Realism is what David Vann does. His novel Caribou Island (HarperCollins, $28.99) is set in and around a small Alaskan community called Soldotna, which contains no amusing characters. It’s the kind of town where rusted-out cars litter backyards, and strip malls alternate with abandoned lots full of more rusted-out cars. The economy is marginal and seasonal, relying on tourism and fishing. Desperate locals work at the cannery, a grinding, tedious employer of last resort. Visitors, far from being charmed by the site, and the state as a whole, call Alaska a “dump” and a “toilet.” Even Jim, a reasonably prosperous local dentist, views Alaska as “the end of the world, a place of exile. Those who couldn’t fit anywhere else came here, and if they couldn’t cling to anything here, they just fell off the edge.”

One resident who still dreams of Alaska as a magical frontier is Gary, who came here 30 years ago, after realizing he was “outclassed” as a graduate student in medieval literature. Gary and his wife, Irene, acquired all the “Alaskan accoutrements” such as moose antlers on their small house, but their daughter, Rhoda, a veterinarian’s assistant, views the results as a “junkyard.” Some might admire the lifestyle of Gary and Irene, as described by Vann. “No TV. No Internet. No phone. Just the lake, the woods, their home, their kids, going into town to work and buy supplies.” But it’s a sad life all the same — Gary scrapes by, somehow, with his failed business enterprises.

Now he has a recurrence of the dream. He and Irene will live even closer to the elements by building a cabin on nearby Caribou Island and moving there for the oncoming winter. It’s an insane vision but Irene is helpless to prevent it.

The reader naturally wonders why she sticks with this loser. Vann explains. As a 10year-old, Irene came home from school one day to see the body of her mother, a suicide, hanging from the rafters. Irene subsequently was passed around, for the rest of her childhood, by relatives who did not want her. The result is Irene’s lifelong determination never to be abandoned again. She will stick to this marriage even though both partners bitterly blame the other for the ruined lives they have lived.

Their two adult children face prospects little better than a cabin on Caribou Island. Mark, a part-time fisherman, is a pothead. Rhoda lives with Jim, whose feelings for her are tepid at best. Rhoda nonetheless dreams of an elaborate wedding ceremony in Hawaii.

This novel gave me the willies. It is nothing new in American literature, of course, to dwell on people with rusted out cars littering the backyard, families beset with booze, divorce, terrible jobs, unreliable dads, children raising themselves. In this novel, however, trailer park mores are combined with a fearful climate and a primordial wilderness, which makes falling off the edge feel even scarier. Irene, whose dilemma is underlined by searing pains in her head that no doctor can diagnose or treat, views the forest as “malevolent.” Gary, despite his bravado, deep down experiences even the “inanimate world” as full of “intent.” It is an intent, needless to say, unfriendly to humans. The dark, brooding, end-of-the-world feeling to the landscape and the seascape makes human follies loom larger than usual, and seem more devastating in their consequences.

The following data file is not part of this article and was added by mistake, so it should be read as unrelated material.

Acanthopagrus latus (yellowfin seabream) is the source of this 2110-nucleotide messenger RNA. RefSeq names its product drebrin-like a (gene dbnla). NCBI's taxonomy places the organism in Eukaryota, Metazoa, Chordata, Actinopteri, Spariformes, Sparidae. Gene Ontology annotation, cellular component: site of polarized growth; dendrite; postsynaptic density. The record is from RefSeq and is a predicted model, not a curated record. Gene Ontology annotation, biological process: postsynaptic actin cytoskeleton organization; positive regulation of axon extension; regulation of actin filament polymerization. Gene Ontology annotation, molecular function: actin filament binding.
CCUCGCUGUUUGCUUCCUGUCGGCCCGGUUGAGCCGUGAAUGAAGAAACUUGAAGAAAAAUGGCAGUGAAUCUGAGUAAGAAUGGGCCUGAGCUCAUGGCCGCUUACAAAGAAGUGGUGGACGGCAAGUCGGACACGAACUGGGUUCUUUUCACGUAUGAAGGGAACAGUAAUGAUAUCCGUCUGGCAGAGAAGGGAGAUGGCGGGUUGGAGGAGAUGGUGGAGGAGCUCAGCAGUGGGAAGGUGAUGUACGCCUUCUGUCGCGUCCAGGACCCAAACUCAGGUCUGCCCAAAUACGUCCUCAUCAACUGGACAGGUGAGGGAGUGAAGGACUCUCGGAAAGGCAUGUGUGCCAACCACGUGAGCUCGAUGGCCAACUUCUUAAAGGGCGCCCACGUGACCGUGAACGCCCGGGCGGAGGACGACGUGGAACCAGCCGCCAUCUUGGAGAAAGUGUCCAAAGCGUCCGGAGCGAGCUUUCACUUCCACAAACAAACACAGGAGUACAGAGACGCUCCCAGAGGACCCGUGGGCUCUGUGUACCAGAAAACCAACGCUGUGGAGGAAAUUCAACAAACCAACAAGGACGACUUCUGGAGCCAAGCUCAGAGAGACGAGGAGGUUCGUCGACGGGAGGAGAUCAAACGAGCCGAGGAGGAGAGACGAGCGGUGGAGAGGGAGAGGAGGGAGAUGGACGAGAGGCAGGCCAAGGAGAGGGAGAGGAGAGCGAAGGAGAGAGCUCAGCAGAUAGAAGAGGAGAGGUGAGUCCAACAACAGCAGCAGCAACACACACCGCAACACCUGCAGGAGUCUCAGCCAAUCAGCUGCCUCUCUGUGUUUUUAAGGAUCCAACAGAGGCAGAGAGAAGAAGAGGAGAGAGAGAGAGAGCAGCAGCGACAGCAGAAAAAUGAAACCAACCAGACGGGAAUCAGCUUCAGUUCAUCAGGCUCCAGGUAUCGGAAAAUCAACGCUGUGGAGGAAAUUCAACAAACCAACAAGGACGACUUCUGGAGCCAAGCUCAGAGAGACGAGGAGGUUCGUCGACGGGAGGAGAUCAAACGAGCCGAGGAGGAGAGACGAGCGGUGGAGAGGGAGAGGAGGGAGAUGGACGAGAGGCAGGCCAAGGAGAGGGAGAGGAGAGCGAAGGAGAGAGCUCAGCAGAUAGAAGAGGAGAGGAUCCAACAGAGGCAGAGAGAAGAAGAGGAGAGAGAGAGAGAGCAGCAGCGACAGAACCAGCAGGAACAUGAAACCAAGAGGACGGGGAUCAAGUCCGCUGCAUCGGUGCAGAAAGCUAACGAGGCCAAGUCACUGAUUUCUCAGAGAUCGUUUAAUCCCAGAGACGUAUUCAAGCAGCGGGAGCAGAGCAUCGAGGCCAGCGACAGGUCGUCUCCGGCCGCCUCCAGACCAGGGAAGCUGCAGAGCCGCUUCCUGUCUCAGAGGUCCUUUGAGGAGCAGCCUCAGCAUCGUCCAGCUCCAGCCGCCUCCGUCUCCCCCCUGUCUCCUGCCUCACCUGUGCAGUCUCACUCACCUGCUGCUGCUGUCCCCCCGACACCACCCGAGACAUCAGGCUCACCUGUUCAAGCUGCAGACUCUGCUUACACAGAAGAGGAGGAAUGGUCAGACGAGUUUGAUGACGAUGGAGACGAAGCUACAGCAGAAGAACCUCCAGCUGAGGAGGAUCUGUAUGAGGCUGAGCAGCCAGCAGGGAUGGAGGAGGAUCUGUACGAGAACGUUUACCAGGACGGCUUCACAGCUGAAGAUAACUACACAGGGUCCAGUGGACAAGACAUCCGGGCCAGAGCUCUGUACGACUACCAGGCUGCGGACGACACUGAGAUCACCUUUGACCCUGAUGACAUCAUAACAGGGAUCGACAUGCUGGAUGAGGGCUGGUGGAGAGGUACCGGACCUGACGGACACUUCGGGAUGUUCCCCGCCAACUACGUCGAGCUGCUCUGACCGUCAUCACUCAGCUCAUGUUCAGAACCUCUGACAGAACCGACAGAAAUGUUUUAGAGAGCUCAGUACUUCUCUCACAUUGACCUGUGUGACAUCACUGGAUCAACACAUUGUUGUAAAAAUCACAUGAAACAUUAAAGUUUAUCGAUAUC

Gary’s cabin is a case in point. From the very first day of construction, Gary does nothing but blunder — his carpentry labours are more like a Laurel and Hardy skit than a serious attempt to build a shelter. “To grapple effectually with even purely material problems requires more serenity of mind and more lofty courage than people generally imagine,” Joseph Conrad once wrote. Such serenity of mind and lofty courage is well beyond Gary’s reach. “I’m an incompetent ass, and that’s what I’ve always been,” he confesses to Irene at one point. The cabin itself, lopsided and full of gaps, becomes a symbol of his disordered soul.

In one sense, Caribou Island is a paean to bourgeois values. Material poverty and shabbiness is a reflection not so much of bad luck as defect- ive character, which is why Vann pauses even to note that his characters drive “battered” old cars, “crappy” Datsuns and so on. “No one in the family drove anything worth looking at,” Rhoda reflects at one point — a fact, again, of symbolic import.

Give Rhoda credit. At least she tries to help her parents — the only character in the novel, it seems, concerned about someone other than herself. (A visiting couple, Carl and Monique, two other major characters in the novel, wreak havoc with their blazing selfcentredness.) But Rhoda has barely enough resources to help herself. If she had any gumption she would have left town for Seattle or Portland long ago.

So the gloom deepens and the momentum towards disaster becomes unstoppable. Readers may sense what is coming but it’s hard to look away — partly because Vann knows how to heighten attention with sharply focused prose and use of alternating points of view.

There is another element at work here, not often discussed in critical forums or book club chat, and that is the perverse pleasure readers often take in the misfortunes of characters — a pleasure given boundless scope in fiction. The principle applies here. No matter how badly things are going in the life of a reader, that reader can contemplate the dismal fate of Gary and Irene and feel almost jolly in comparison.